The 2021 IPO market in 4 charts: ‘Record-breaking, on fire, historic, extremely active, very busy’

Quarterly Investment Guide 2021-7red_article
Illustration by Jamie Cullen

Matthew Kennedy, senior market strategist at Renaissance Capital, a provider of institutional research and IPO ETFs, has a few choice words to describe the IPO market so far in 2021: “Record-breaking, on fire, historic, extremely active, very busy.”

Indeed, it’s been a banner year so far for IPOs, or initial public offerings, as the bull market’s resilience, low interest rates, and ample liquidity helped spur frenzied activity in the space.

With the U.S. stock market hovering around all-time highs, companies tapping the public markets have raised hefty amounts of cash so far this year, boosted early on by a flood of SPACs, or special purpose acquisition companies—which are shell (or blank-check) companies that go public and later acquire a target company via a merger.

And so far this summer, June closed out on a high note with the busiest week for traditional IPOs since 2004 by Renaissance Capital’s calculations. Looking back at the first half of 2021, Fortune broke the IPO market down into four charts to see just how hot it’s been—and where it could go from here. Fortune used the most recent FactSet data available, which is from the first quarter of 2021, and supplemental data from Renaissance Capital, which in most cases excludes smaller companies and SPACs, for the second quarter.

2021 IPOs

The number of IPOs in the first three months of 2021 rose a massive 677% from the same period last year, when pandemic worries were gripping investors, also topping the fourth quarter of 2020. And by some measurements, despite bumps in the road, the second quarter has been every bit as robust for IPOs, with the number of companies going public up 15% compared with the first quarter of 2021, according to Renaissance Capital data (which excludes SPACs, direct listings, closed-end funds, and companies with market caps below $50 million).

Those newly public companies also raked in hefty amounts of cash. According to FactSet, IPOs together raised some $128.9 billion in the first quarter of 2021—up 790% from the first quarter of 2020 and even soaring past 2020’s final quarter, which included big debuts like Airbnb and DoorDash. IPO proceeds for the second quarter, by Renaissance Capital’s estimates, were up roughly 3.8% quarter over quarter.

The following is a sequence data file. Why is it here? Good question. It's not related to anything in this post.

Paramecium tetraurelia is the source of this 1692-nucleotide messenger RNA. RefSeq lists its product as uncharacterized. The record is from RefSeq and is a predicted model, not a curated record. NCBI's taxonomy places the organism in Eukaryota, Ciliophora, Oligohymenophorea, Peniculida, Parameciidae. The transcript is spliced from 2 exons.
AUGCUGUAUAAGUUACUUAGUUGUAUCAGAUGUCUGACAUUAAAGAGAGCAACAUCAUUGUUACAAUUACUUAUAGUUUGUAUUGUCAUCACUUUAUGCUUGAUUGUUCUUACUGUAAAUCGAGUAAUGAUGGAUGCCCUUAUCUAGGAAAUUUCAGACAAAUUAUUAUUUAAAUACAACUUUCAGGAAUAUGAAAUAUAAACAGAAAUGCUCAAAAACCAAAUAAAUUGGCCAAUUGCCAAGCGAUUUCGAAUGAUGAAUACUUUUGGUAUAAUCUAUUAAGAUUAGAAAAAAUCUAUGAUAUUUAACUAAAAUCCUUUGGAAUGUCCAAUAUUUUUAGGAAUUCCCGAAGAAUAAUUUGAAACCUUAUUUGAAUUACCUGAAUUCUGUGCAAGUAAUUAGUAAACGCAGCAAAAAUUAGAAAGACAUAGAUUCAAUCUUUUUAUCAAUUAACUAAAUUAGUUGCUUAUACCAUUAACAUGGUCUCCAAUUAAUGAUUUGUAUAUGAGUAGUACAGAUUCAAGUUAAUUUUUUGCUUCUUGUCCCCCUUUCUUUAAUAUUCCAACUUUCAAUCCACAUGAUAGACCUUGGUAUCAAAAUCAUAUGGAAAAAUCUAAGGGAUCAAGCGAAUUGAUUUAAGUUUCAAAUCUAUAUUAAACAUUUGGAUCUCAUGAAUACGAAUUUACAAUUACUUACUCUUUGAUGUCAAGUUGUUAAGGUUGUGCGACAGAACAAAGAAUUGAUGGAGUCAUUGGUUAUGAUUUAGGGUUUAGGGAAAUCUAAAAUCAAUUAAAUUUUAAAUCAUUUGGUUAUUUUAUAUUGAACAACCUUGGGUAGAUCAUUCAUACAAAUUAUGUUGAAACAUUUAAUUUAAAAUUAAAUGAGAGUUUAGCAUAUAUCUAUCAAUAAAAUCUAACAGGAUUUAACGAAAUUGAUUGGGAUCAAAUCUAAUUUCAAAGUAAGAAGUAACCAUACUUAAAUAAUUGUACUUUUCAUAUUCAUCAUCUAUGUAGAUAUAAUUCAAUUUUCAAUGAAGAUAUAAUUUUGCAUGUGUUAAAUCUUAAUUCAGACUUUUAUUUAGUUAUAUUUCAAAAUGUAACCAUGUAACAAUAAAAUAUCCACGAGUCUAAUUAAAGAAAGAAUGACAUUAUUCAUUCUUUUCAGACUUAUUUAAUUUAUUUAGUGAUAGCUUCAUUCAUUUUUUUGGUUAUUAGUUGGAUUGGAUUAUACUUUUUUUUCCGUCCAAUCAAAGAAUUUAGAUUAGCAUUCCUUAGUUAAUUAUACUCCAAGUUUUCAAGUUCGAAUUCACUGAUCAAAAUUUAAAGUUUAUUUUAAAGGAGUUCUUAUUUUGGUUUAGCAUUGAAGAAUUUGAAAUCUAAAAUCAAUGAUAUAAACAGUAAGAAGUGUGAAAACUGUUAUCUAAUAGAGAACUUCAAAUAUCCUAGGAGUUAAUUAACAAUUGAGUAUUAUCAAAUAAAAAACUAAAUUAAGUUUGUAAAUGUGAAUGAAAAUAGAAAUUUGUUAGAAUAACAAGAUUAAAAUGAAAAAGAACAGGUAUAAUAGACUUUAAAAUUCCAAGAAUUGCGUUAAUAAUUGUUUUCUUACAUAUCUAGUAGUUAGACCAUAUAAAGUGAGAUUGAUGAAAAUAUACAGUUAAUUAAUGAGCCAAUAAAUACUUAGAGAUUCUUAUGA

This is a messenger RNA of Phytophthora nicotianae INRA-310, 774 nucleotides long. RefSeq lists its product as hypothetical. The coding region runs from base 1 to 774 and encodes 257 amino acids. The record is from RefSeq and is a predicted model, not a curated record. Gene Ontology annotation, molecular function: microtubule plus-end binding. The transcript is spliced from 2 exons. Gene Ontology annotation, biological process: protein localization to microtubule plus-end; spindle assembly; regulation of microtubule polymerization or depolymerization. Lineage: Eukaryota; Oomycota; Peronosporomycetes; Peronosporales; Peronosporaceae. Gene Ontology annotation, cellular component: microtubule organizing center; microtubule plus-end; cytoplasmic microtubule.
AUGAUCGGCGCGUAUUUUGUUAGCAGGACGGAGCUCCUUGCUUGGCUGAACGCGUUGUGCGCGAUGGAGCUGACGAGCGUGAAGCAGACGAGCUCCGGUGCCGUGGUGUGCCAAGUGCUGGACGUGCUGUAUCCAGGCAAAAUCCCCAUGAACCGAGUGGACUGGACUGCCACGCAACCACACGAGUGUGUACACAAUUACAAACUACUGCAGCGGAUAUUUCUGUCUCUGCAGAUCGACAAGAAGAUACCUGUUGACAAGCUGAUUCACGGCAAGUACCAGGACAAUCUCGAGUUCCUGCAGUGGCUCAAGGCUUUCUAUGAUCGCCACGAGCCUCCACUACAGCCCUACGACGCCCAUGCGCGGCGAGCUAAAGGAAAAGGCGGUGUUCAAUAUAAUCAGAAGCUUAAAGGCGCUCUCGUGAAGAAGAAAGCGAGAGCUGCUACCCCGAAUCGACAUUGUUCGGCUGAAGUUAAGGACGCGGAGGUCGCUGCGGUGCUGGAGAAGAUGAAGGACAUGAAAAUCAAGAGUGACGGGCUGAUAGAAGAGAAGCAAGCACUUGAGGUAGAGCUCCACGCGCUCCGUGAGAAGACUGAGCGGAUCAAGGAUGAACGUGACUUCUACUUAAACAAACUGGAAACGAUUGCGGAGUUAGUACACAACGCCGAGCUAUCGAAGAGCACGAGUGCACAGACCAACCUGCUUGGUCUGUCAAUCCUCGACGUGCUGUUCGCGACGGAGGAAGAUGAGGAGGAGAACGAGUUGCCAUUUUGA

According to Jay Ritter, a leading IPO expert and professor at the University of Florida, the chief reason for the IPO boom has been “the bull market,” which has itself been bolstered by low interest rates. “When interest rates are low, growth stocks are generally valued higher, and a huge portion of the IPO market is growth stocks,” adds Kennedy. “I think finally we’re seeing some of these unicorns go public while they can.”

Among the biggest IPOs driving those proceeds so far were South Korean e-commerce platform Coupang, which raised nearly $4.6 billion in its March debut, earning it the title of the largest IPO so far this year, and Chinese ride-sharing firm Didi Global, which raised some $4.4 billion in its June IPO. Even coming off a hot year for the sector in 2020, tech still ranked high when it came to companies raising funds via an IPO, with firms like dating app Bumble, solar firm Shoals Technologies, and mobile app platform AppLovin all among the top debuts in the first half of 2021, per FactSet and Renaissance Capital data.

But perhaps one of the biggest stories in the public markets in 2021 was the astronomical rise of the SPAC, or special purpose acquisition company. SPACs seemed to capture the zeitgeist of market investors in early 2021, with some 250 SPACs raising roughly $81.7 billion in just the first three months of the year, per FactSet. They also made up the lion’s share of all IPOs in the first quarter of 2021.

Since that strong start, however, the market for SPACs has cooled, the result, at least in part, of regulatory concerns and new guidelines for accounting practices from the Securities and Exchange Commission. Other market observers have scrutinized SPACs’ post-merger stock performance, which some studies suggest can often be weaker than the broader market.

“The first quarter had never-before-seen levels of SPAC activity, and that SPAC bubble deflated in the second quarter. Activity [fell] off a cliff,” Renaissance’s Kennedy says, with SPACs down roughly 79% from the first to second quarter, per Renaissance’s data.

Yet SPACs aren’t down for the count. Indeed, “compared to historic levels,” SPAC activity was still elevated in the second quarter, according to Renaissance’s Kennedy. And looking at the space as of late, there’s been some notable activity: Venture capitalist and so-called SPAC King Chamath Palihapitiya recently raised $880 million across four new SPACs, while other deals, like localized social media platform Nextdoor’s merger with Khosla Ventures’ second SPAC at a $4.3 billion valuation, were announced this week. Meanwhile, there remain plenty of SPACs that have gone public and are still in need of a merger target.

So where do things go from here? Despite the stellar first half, some experts predict the IPO market can chug ahead throughout the rest of the year. “A stock market downturn can turn off the tap,” argues Ritter, “but until that occurs, and it will occur at some point…I expect the IPO activity to remain strong.”

With additional reporting and charts by Nicolas Rapp

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